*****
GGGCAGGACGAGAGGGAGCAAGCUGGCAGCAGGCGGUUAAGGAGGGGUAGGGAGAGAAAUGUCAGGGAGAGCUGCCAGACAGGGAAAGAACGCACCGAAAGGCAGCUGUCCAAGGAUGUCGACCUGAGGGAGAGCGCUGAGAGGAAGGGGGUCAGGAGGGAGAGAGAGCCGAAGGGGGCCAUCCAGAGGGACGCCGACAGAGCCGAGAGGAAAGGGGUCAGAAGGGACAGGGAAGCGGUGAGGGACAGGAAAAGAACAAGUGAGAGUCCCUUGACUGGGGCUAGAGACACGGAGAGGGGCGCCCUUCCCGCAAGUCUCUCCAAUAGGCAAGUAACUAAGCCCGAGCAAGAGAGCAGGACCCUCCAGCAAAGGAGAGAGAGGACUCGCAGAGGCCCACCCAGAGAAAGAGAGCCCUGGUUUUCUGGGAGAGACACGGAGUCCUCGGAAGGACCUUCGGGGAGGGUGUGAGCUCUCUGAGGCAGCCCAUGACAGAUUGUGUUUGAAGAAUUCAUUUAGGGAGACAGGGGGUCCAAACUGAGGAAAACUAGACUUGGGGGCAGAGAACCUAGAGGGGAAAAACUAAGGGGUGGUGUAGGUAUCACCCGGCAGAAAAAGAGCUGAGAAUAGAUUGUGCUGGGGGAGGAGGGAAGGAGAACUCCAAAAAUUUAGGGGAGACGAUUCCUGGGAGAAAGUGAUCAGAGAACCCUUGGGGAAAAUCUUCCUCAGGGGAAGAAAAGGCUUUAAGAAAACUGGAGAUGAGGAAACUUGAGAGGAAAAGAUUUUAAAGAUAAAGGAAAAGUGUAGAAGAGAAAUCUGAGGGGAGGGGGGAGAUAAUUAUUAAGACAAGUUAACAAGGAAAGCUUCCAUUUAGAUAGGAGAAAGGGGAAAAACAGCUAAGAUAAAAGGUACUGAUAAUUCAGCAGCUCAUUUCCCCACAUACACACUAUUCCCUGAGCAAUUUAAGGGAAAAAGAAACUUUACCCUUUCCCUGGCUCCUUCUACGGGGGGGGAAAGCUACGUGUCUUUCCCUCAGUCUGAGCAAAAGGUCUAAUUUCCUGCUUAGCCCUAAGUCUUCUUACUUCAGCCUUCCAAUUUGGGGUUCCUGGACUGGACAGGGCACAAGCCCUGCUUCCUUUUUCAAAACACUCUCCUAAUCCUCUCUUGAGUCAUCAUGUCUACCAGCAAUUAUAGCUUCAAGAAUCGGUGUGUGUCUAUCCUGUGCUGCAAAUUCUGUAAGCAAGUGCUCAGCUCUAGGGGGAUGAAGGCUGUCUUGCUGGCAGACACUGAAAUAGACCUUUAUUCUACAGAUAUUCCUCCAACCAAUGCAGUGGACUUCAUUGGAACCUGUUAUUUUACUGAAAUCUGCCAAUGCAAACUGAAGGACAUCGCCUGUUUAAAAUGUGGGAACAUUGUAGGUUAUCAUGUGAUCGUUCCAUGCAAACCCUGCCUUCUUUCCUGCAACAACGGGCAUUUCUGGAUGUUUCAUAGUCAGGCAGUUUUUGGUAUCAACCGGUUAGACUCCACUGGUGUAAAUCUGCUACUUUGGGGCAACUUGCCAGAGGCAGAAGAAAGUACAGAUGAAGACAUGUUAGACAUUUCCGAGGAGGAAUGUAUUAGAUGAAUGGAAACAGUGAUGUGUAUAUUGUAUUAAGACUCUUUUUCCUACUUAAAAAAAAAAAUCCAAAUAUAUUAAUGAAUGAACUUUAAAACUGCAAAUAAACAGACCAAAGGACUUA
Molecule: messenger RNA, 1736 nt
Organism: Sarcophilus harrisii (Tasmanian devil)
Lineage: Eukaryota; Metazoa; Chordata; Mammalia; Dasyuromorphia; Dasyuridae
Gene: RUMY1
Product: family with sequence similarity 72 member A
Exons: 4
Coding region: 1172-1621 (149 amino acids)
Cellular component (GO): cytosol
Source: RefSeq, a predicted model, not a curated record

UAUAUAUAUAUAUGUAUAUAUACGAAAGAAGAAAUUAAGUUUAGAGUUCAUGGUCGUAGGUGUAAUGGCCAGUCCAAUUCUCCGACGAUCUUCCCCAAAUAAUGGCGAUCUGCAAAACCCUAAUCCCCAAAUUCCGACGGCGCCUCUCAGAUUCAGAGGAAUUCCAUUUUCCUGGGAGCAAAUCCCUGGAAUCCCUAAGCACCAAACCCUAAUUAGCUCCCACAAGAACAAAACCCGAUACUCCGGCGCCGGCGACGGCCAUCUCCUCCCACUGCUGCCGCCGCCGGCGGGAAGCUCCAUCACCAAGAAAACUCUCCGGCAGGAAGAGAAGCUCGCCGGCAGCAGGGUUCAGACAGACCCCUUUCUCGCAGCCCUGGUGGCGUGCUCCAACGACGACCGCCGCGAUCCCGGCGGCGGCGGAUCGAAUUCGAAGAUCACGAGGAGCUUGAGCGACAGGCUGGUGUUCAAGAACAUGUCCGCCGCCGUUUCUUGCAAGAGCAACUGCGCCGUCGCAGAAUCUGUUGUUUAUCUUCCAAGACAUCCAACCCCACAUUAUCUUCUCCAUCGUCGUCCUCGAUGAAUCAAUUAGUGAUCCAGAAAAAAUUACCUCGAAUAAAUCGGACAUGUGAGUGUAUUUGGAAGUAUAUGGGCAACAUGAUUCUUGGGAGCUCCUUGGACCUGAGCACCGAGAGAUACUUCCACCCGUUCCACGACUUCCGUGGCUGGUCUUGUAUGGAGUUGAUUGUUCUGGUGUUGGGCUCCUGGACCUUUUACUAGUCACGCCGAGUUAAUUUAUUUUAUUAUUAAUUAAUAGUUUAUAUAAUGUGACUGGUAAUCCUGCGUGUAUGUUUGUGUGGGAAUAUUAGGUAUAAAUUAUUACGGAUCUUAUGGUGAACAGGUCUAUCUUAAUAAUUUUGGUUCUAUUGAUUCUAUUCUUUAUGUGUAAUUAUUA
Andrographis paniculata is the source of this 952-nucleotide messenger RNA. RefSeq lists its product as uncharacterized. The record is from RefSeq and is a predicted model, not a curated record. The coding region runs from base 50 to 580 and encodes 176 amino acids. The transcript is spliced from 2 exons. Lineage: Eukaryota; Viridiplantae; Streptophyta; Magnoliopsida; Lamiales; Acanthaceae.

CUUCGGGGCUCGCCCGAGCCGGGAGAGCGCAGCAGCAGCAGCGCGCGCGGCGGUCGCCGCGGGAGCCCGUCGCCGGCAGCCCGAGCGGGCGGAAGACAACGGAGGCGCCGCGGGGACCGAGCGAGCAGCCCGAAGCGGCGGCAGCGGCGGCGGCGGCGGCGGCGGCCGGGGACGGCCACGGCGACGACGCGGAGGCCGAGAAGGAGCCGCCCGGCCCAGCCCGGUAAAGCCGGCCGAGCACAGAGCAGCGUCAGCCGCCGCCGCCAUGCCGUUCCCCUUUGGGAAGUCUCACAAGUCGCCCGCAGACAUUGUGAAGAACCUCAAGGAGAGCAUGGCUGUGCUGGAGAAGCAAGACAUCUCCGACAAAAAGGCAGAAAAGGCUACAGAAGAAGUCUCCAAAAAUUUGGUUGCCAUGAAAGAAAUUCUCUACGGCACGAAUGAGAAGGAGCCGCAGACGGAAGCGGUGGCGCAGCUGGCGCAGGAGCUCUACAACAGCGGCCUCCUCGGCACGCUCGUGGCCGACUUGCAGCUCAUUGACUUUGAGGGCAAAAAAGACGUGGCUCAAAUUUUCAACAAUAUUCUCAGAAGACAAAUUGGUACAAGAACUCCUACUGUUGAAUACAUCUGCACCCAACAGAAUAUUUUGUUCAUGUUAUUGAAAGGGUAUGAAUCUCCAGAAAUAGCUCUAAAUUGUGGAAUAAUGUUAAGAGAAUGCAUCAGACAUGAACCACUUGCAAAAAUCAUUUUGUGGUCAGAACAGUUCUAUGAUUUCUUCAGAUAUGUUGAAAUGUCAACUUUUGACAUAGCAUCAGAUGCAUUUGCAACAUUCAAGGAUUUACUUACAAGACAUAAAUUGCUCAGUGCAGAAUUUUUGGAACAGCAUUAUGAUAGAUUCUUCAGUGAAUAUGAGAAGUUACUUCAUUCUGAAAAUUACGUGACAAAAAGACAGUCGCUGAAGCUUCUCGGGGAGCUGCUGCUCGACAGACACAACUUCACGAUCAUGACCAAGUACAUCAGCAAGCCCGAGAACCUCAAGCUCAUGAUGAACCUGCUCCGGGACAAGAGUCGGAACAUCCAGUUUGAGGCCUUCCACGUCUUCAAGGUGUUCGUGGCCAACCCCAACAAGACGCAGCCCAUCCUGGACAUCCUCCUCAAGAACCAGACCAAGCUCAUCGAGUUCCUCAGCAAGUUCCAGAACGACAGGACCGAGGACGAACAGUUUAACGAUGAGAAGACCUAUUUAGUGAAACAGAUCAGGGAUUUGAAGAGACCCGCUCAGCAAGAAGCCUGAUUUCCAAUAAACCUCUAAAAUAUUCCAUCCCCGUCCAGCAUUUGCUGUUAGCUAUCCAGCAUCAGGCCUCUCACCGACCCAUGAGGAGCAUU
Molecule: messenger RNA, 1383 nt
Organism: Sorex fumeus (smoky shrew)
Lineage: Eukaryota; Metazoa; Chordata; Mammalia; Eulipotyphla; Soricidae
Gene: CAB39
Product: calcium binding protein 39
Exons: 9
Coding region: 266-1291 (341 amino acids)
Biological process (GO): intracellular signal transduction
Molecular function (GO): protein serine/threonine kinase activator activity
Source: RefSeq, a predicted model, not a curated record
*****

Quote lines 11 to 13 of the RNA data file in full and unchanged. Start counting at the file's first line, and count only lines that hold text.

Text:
UAUAUAUAUAUAUGUAUAUAUACGAAAGAAGAAAUUAAGUUUAGAGUUCAUGGUCGUAGGUGUAAUGGCCAGUCCAAUUCUCCGACGAUCUUCCCCAAAUAAUGGCGAUCUGCAAAACCCUAAUCCCCAAAUUCCGACGGCGCCUCUCAGAUUCAGAGGAAUUCCAUUUUCCUGGGAGCAAAUCCCUGGAAUCCCUAAGCACCAAACCCUAAUUAGCUCCCACAAGAACAAAACCCGAUACUCCGGCGCCGGCGACGGCCAUCUCCUCCCACUGCUGCCGCCGCCGGCGGGAAGCUCCAUCACCAAGAAAACUCUCCGGCAGGAAGAGAAGCUCGCCGGCAGCAGGGUUCAGACAGACCCCUUUCUCGCAGCCCUGGUGGCGUGCUCCAACGACGACCGCCGCGAUCCCGGCGGCGGCGGAUCGAAUUCGAAGAUCACGAGGAGCUUGAGCGACAGGCUGGUGUUCAAGAACAUGUCCGCCGCCGUUUCUUGCAAGAGCAACUGCGCCGUCGCAGAAUCUGUUGUUUAUCUUCCAAGACAUCCAACCCCACAUUAUCUUCUCCAUCGUCGUCCUCGAUGAAUCAAUUAGUGAUCCAGAAAAAAUUACCUCGAAUAAAUCGGACAUGUGAGUGUAUUUGGAAGUAUAUGGGCAACAUGAUUCUUGGGAGCUCCUUGGACCUGAGCACCGAGAGAUACUUCCACCCGUUCCACGACUUCCGUGGCUGGUCUUGUAUGGAGUUGAUUGUUCUGGUGUUGGGCUCCUGGACCUUUUACUAGUCACGCCGAGUUAAUUUAUUUUAUUAUUAAUUAAUAGUUUAUAUAAUGUGACUGGUAAUCCUGCGUGUAUGUUUGUGUGGGAAUAUUAGGUAUAAAUUAUUACGGAUCUUAUGGUGAACAGGUCUAUCUUAAUAAUUUUGGUUCUAUUGAUUCUAUUCUUUAUGUGUAAUUAUUA
Andrographis paniculata is the source of this 952-nucleotide messenger RNA. RefSeq lists its product as uncharacterized. The record is from RefSeq and is a predicted model, not a curated record. The coding region runs from base 50 to 580 and encodes 176 amino acids. The transcript is spliced from 2 exons. Lineage: Eukaryota; Viridiplantae; Streptophyta; Magnoliopsida; Lamiales; Acanthaceae.

CUUCGGGGCUCGCCCGAGCCGGGAGAGCGCAGCAGCAGCAGCGCGCGCGGCGGUCGCCGCGGGAGCCCGUCGCCGGCAGCCCGAGCGGGCGGAAGACAACGGAGGCGCCGCGGGGACCGAGCGAGCAGCCCGAAGCGGCGGCAGCGGCGGCGGCGGCGGCGGCGGCCGGGGACGGCCACGGCGACGACGCGGAGGCCGAGAAGGAGCCGCCCGGCCCAGCCCGGUAAAGCCGGCCGAGCACAGAGCAGCGUCAGCCGCCGCCGCCAUGCCGUUCCCCUUUGGGAAGUCUCACAAGUCGCCCGCAGACAUUGUGAAGAACCUCAAGGAGAGCAUGGCUGUGCUGGAGAAGCAAGACAUCUCCGACAAAAAGGCAGAAAAGGCUACAGAAGAAGUCUCCAAAAAUUUGGUUGCCAUGAAAGAAAUUCUCUACGGCACGAAUGAGAAGGAGCCGCAGACGGAAGCGGUGGCGCAGCUGGCGCAGGAGCUCUACAACAGCGGCCUCCUCGGCACGCUCGUGGCCGACUUGCAGCUCAUUGACUUUGAGGGCAAAAAAGACGUGGCUCAAAUUUUCAACAAUAUUCUCAGAAGACAAAUUGGUACAAGAACUCCUACUGUUGAAUACAUCUGCACCCAACAGAAUAUUUUGUUCAUGUUAUUGAAAGGGUAUGAAUCUCCAGAAAUAGCUCUAAAUUGUGGAAUAAUGUUAAGAGAAUGCAUCAGACAUGAACCACUUGCAAAAAUCAUUUUGUGGUCAGAACAGUUCUAUGAUUUCUUCAGAUAUGUUGAAAUGUCAACUUUUGACAUAGCAUCAGAUGCAUUUGCAACAUUCAAGGAUUUACUUACAAGACAUAAAUUGCUCAGUGCAGAAUUUUUGGAACAGCAUUAUGAUAGAUUCUUCAGUGAAUAUGAGAAGUUACUUCAUUCUGAAAAUUACGUGACAAAAAGACAGUCGCUGAAGCUUCUCGGGGAGCUGCUGCUCGACAGACACAACUUCACGAUCAUGACCAAGUACAUCAGCAAGCCCGAGAACCUCAAGCUCAUGAUGAACCUGCUCCGGGACAAGAGUCGGAACAUCCAGUUUGAGGCCUUCCACGUCUUCAAGGUGUUCGUGGCCAACCCCAACAAGACGCAGCCCAUCCUGGACAUCCUCCUCAAGAACCAGACCAAGCUCAUCGAGUUCCUCAGCAAGUUCCAGAACGACAGGACCGAGGACGAACAGUUUAACGAUGAGAAGACCUAUUUAGUGAAACAGAUCAGGGAUUUGAAGAGACCCGCUCAGCAAGAAGCCUGAUUUCCAAUAAACCUCUAAAAUAUUCCAUCCCCGUCCAGCAUUUGCUGUUAGCUAUCCAGCAUCAGGCCUCUCACCGACCCAUGAGGAGCAUU